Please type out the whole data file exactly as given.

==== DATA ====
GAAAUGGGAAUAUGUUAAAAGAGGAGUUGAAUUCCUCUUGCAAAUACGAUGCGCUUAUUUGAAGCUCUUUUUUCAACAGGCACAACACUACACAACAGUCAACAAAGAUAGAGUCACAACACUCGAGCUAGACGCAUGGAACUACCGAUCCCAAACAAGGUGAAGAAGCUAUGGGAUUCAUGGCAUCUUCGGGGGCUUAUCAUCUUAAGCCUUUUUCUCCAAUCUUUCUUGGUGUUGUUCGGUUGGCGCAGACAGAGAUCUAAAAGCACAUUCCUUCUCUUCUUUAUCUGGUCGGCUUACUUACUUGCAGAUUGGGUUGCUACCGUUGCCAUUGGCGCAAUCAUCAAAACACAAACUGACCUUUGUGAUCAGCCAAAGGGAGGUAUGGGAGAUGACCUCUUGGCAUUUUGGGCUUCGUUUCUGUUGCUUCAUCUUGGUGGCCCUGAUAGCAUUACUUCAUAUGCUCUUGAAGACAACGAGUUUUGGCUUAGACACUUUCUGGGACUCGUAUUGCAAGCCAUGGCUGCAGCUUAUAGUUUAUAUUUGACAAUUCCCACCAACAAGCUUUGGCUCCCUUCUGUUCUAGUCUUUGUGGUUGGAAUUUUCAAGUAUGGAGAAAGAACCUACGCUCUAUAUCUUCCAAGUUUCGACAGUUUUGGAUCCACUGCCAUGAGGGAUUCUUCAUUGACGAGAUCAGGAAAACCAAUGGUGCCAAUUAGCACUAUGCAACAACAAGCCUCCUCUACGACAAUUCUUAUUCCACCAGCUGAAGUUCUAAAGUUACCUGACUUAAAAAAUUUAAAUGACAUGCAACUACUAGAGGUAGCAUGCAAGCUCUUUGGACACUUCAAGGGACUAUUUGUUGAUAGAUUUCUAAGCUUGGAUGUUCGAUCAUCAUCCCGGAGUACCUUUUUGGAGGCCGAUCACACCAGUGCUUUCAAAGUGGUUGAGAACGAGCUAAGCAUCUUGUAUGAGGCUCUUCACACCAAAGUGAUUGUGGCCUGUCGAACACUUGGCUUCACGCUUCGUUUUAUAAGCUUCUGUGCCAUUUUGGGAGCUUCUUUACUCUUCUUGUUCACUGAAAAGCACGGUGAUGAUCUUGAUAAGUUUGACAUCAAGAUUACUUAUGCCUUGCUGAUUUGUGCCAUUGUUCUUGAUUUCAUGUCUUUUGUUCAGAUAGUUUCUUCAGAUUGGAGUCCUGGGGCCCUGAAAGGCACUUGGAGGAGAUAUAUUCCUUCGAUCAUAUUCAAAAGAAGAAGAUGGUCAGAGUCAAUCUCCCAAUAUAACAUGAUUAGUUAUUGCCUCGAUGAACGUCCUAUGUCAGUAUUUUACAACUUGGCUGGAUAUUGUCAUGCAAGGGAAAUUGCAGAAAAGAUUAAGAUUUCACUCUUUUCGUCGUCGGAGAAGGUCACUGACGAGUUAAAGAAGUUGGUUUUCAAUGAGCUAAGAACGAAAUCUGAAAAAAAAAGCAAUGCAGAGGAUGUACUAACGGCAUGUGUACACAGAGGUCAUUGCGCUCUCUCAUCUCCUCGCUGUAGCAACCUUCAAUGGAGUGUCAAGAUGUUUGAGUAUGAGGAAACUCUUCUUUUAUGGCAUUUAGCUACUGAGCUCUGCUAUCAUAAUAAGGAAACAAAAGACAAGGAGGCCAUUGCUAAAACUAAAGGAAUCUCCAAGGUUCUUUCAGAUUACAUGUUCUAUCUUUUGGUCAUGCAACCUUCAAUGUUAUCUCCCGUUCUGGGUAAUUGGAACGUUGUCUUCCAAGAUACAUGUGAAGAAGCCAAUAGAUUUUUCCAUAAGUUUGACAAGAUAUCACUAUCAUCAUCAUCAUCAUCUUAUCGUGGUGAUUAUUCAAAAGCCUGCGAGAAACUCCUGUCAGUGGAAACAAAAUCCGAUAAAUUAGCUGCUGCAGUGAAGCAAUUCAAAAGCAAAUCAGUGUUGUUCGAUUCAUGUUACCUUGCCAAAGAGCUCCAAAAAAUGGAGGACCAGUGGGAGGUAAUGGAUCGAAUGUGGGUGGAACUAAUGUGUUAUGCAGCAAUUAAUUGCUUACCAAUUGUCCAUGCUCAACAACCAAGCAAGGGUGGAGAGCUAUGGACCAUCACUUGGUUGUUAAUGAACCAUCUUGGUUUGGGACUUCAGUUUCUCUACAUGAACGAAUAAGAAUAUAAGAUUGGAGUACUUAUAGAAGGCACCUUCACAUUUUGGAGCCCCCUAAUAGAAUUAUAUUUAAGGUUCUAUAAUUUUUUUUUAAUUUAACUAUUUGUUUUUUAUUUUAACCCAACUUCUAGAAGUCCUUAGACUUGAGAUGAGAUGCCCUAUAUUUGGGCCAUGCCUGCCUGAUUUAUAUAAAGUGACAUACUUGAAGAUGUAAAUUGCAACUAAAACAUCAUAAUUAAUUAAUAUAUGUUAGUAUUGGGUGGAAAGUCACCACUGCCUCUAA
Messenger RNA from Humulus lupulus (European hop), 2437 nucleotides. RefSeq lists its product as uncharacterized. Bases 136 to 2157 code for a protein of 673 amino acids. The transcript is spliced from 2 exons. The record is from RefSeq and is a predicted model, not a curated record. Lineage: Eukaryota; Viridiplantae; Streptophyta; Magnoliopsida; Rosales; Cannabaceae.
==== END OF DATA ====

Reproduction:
GAAAUGGGAAUAUGUUAAAAGAGGAGUUGAAUUCCUCUUGCAAAUACGAUGCGCUUAUUUGAAGCUCUUUUUUCAACAGGCACAACACUACACAACAGUCAACAAAGAUAGAGUCACAACACUCGAGCUAGACGCAUGGAACUACCGAUCCCAAACAAGGUGAAGAAGCUAUGGGAUUCAUGGCAUCUUCGGGGGCUUAUCAUCUUAAGCCUUUUUCUCCAAUCUUUCUUGGUGUUGUUCGGUUGGCGCAGACAGAGAUCUAAAAGCACAUUCCUUCUCUUCUUUAUCUGGUCGGCUUACUUACUUGCAGAUUGGGUUGCUACCGUUGCCAUUGGCGCAAUCAUCAAAACACAAACUGACCUUUGUGAUCAGCCAAAGGGAGGUAUGGGAGAUGACCUCUUGGCAUUUUGGGCUUCGUUUCUGUUGCUUCAUCUUGGUGGCCCUGAUAGCAUUACUUCAUAUGCUCUUGAAGACAACGAGUUUUGGCUUAGACACUUUCUGGGACUCGUAUUGCAAGCCAUGGCUGCAGCUUAUAGUUUAUAUUUGACAAUUCCCACCAACAAGCUUUGGCUCCCUUCUGUUCUAGUCUUUGUGGUUGGAAUUUUCAAGUAUGGAGAAAGAACCUACGCUCUAUAUCUUCCAAGUUUCGACAGUUUUGGAUCCACUGCCAUGAGGGAUUCUUCAUUGACGAGAUCAGGAAAACCAAUGGUGCCAAUUAGCACUAUGCAACAACAAGCCUCCUCUACGACAAUUCUUAUUCCACCAGCUGAAGUUCUAAAGUUACCUGACUUAAAAAAUUUAAAUGACAUGCAACUACUAGAGGUAGCAUGCAAGCUCUUUGGACACUUCAAGGGACUAUUUGUUGAUAGAUUUCUAAGCUUGGAUGUUCGAUCAUCAUCCCGGAGUACCUUUUUGGAGGCCGAUCACACCAGUGCUUUCAAAGUGGUUGAGAACGAGCUAAGCAUCUUGUAUGAGGCUCUUCACACCAAAGUGAUUGUGGCCUGUCGAACACUUGGCUUCACGCUUCGUUUUAUAAGCUUCUGUGCCAUUUUGGGAGCUUCUUUACUCUUCUUGUUCACUGAAAAGCACGGUGAUGAUCUUGAUAAGUUUGACAUCAAGAUUACUUAUGCCUUGCUGAUUUGUGCCAUUGUUCUUGAUUUCAUGUCUUUUGUUCAGAUAGUUUCUUCAGAUUGGAGUCCUGGGGCCCUGAAAGGCACUUGGAGGAGAUAUAUUCCUUCGAUCAUAUUCAAAAGAAGAAGAUGGUCAGAGUCAAUCUCCCAAUAUAACAUGAUUAGUUAUUGCCUCGAUGAACGUCCUAUGUCAGUAUUUUACAACUUGGCUGGAUAUUGUCAUGCAAGGGAAAUUGCAGAAAAGAUUAAGAUUUCACUCUUUUCGUCGUCGGAGAAGGUCACUGACGAGUUAAAGAAGUUGGUUUUCAAUGAGCUAAGAACGAAAUCUGAAAAAAAAAGCAAUGCAGAGGAUGUACUAACGGCAUGUGUACACAGAGGUCAUUGCGCUCUCUCAUCUCCUCGCUGUAGCAACCUUCAAUGGAGUGUCAAGAUGUUUGAGUAUGAGGAAACUCUUCUUUUAUGGCAUUUAGCUACUGAGCUCUGCUAUCAUAAUAAGGAAACAAAAGACAAGGAGGCCAUUGCUAAAACUAAAGGAAUCUCCAAGGUUCUUUCAGAUUACAUGUUCUAUCUUUUGGUCAUGCAACCUUCAAUGUUAUCUCCCGUUCUGGGUAAUUGGAACGUUGUCUUCCAAGAUACAUGUGAAGAAGCCAAUAGAUUUUUCCAUAAGUUUGACAAGAUAUCACUAUCAUCAUCAUCAUCAUCUUAUCGUGGUGAUUAUUCAAAAGCCUGCGAGAAACUCCUGUCAGUGGAAACAAAAUCCGAUAAAUUAGCUGCUGCAGUGAAGCAAUUCAAAAGCAAAUCAGUGUUGUUCGAUUCAUGUUACCUUGCCAAAGAGCUCCAAAAAAUGGAGGACCAGUGGGAGGUAAUGGAUCGAAUGUGGGUGGAACUAAUGUGUUAUGCAGCAAUUAAUUGCUUACCAAUUGUCCAUGCUCAACAACCAAGCAAGGGUGGAGAGCUAUGGACCAUCACUUGGUUGUUAAUGAACCAUCUUGGUUUGGGACUUCAGUUUCUCUACAUGAACGAAUAAGAAUAUAAGAUUGGAGUACUUAUAGAAGGCACCUUCACAUUUUGGAGCCCCCUAAUAGAAUUAUAUUUAAGGUUCUAUAAUUUUUUUUUAAUUUAACUAUUUGUUUUUUAUUUUAACCCAACUUCUAGAAGUCCUUAGACUUGAGAUGAGAUGCCCUAUAUUUGGGCCAUGCCUGCCUGAUUUAUAUAAAGUGACAUACUUGAAGAUGUAAAUUGCAACUAAAACAUCAUAAUUAAUUAAUAUAUGUUAGUAUUGGGUGGAAAGUCACCACUGCCUCUAA
Messenger RNA from Humulus lupulus (European hop), 2437 nucleotides. RefSeq lists its product as uncharacterized. Bases 136 to 2157 code for a protein of 673 amino acids. The transcript is spliced from 2 exons. The record is from RefSeq and is a predicted model, not a curated record. Lineage: Eukaryota; Viridiplantae; Streptophyta; Magnoliopsida; Rosales; Cannabaceae.